Over 300 passengers of 12792 Patna-Secunderabad Express train were harassed and had to miss out on their journey despite having valid reservation at Varanasi railway station as aspirants for a railway examination virtually laid siege to the Secunderabad-bound train Friday evening.
The authorities were found lacking in their preparedness Friday even as a similar situation was witnessed Thursday.
For more than six hours, there protests, slogan-shouting and even stone-pelting by the aspirants at Mughal Sarai and Varanasi railway stations.
The harassed passengers were able to go forward only after they were provided a special train around 2.30 am on Saturday.
Union Minister of State (Railways) Manoj Sinha, who was in Varanasi Saturday, reportedly had a brief interaction with the officials at the railway station while on his way to Ghazipur, however, it could not be confirmed if the issue came up for a serious review.
Divisional Railway Manager (Lucknow), Northern Railways, Jagdip Rai, could not be contacted despite repeated efforts.
The railway authorities in Varanasi blamed their Patna counterparts for not taking effective steps to prevent aspirants of the railway examination from barging into the train. They alleged they did not even inform the stations along the route about the situation.
The Railways is holding the examination for Diesel Assistant Loco-Pilot at Secunderabad on June 29. A large number of aspirants from Patna had to reach Secunderabad for the same. The Patna-Secunderabad is the only direct train for the destination.
On Friday evening, when the train reached Mughal Sarai, the GRP, RPF and the Civil Police came to know that a large number of aspirants had entered all the reserved coaches. When the police and the authorities asked them to vacate the trains, the aspirants began protesting. “They blocked the track and also resorted to stone-pelting. They wanted either a special train or be allowed to travel in the same train,” said Inspector (GRP), Varanasi, Anil Rai.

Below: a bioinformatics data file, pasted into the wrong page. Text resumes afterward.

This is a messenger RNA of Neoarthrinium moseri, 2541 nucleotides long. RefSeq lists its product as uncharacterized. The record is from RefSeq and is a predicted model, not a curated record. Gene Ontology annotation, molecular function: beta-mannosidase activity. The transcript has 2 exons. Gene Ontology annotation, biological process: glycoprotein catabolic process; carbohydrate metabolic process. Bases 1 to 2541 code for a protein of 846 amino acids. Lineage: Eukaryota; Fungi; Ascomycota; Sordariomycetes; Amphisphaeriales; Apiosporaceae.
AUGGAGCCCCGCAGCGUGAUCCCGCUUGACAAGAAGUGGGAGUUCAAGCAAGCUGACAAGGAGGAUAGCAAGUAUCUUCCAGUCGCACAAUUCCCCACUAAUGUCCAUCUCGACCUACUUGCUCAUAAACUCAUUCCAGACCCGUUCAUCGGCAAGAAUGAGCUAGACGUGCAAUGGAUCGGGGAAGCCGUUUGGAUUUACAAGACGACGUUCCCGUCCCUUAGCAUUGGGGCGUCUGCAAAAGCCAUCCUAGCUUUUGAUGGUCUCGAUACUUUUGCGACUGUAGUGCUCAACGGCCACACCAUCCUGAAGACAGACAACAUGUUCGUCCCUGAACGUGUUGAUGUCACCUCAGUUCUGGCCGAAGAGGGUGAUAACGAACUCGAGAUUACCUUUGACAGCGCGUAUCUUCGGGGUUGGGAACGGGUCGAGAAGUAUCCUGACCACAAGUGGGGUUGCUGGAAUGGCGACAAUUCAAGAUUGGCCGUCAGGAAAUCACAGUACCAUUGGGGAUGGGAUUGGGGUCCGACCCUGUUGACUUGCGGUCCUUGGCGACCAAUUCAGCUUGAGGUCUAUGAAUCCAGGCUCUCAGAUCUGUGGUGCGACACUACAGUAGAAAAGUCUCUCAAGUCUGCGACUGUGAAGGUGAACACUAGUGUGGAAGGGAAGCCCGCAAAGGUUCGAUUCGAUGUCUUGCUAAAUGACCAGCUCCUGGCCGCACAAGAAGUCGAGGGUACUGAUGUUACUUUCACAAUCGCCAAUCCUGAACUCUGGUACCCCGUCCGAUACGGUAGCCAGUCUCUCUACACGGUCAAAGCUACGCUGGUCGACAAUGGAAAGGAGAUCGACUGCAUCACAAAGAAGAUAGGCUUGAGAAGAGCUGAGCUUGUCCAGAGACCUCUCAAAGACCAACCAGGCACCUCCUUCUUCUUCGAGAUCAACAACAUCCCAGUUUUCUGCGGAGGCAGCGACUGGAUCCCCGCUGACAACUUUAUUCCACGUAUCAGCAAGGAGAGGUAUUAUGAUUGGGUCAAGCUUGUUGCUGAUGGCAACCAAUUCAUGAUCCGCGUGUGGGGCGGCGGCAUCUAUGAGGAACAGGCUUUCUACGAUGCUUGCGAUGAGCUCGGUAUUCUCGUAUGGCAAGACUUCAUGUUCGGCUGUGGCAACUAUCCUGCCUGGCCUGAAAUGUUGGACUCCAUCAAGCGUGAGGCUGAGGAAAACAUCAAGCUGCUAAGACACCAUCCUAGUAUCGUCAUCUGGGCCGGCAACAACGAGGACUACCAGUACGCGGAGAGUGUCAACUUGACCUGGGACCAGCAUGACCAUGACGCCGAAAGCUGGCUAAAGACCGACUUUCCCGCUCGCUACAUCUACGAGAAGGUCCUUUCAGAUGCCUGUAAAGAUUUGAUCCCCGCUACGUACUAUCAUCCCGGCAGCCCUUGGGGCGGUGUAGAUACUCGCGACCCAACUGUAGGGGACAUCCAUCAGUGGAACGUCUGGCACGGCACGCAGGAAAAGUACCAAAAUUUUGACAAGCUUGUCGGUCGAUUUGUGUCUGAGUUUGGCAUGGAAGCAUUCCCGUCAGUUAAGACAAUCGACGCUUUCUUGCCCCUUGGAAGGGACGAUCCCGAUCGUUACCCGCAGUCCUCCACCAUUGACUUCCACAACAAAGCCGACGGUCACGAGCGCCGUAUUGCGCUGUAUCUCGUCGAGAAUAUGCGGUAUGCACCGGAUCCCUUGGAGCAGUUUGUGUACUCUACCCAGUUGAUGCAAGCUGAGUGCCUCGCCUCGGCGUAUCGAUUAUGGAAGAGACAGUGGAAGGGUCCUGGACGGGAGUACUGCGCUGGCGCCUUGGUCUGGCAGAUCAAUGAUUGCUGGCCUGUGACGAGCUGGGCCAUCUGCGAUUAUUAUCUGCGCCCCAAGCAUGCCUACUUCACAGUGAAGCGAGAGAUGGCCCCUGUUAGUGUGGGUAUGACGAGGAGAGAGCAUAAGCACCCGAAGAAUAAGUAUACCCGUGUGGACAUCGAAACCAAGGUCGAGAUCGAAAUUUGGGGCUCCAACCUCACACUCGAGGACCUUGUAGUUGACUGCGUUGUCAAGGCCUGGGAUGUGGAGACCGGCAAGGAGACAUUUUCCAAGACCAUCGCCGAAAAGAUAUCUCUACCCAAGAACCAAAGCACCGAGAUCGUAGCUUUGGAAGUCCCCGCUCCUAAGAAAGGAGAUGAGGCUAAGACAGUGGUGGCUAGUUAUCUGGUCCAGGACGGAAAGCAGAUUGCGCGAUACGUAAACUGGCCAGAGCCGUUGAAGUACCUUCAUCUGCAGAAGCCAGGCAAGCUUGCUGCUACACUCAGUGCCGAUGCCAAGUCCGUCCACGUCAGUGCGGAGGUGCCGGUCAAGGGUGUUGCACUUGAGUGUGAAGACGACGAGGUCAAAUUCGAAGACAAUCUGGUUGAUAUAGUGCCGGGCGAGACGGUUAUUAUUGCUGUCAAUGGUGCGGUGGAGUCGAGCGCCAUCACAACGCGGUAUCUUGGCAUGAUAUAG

The train remained stationed at Mughal Sarai for around an hour before moving to Varanasi, where it reached around 6.45 pm.
“More than 300 passengers could not get in because the aspirants did not vacate the reserved coaches. They were angry and protested against the railway staff,” said Chief Area Manager (Varanasi), Pankaj Saxena. The train was, however, allowed to move by 7.30 pm to its forward destination of Allahabad.
After the train left, the stranded passengers stormed into the office of the Station Manager, who, however, had left office and was reportedly huddled in a meeting with other senior officials.
“We provided a six-coach special train, which had AC coaches also, to the stranded passengers. This would take them straight to Secunderabad. While most of the passengers were for Secunderabad, the train would have similar stoppages as that of Patna-Secunderabad,” said Saxena.
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